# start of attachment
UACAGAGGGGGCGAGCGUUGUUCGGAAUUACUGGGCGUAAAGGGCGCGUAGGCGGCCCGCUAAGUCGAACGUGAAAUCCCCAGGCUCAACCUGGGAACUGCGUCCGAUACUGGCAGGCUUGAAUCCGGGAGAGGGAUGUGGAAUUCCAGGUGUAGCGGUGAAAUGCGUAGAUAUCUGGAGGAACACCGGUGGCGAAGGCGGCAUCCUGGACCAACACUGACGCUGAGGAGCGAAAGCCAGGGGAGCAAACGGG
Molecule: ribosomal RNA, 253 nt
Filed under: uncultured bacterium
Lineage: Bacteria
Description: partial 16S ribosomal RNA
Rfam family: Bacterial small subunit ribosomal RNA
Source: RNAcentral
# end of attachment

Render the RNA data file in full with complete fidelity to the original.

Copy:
UACAGAGGGGGCGAGCGUUGUUCGGAAUUACUGGGCGUAAAGGGCGCGUAGGCGGCCCGCUAAGUCGAACGUGAAAUCCCCAGGCUCAACCUGGGAACUGCGUCCGAUACUGGCAGGCUUGAAUCCGGGAGAGGGAUGUGGAAUUCCAGGUGUAGCGGUGAAAUGCGUAGAUAUCUGGAGGAACACCGGUGGCGAAGGCGGCAUCCUGGACCAACACUGACGCUGAGGAGCGAAAGCCAGGGGAGCAAACGGG
Molecule: ribosomal RNA, 253 nt
Filed under: uncultured bacterium
Lineage: Bacteria
Description: partial 16S ribosomal RNA
Rfam family: Bacterial small subunit ribosomal RNA
Source: RNAcentral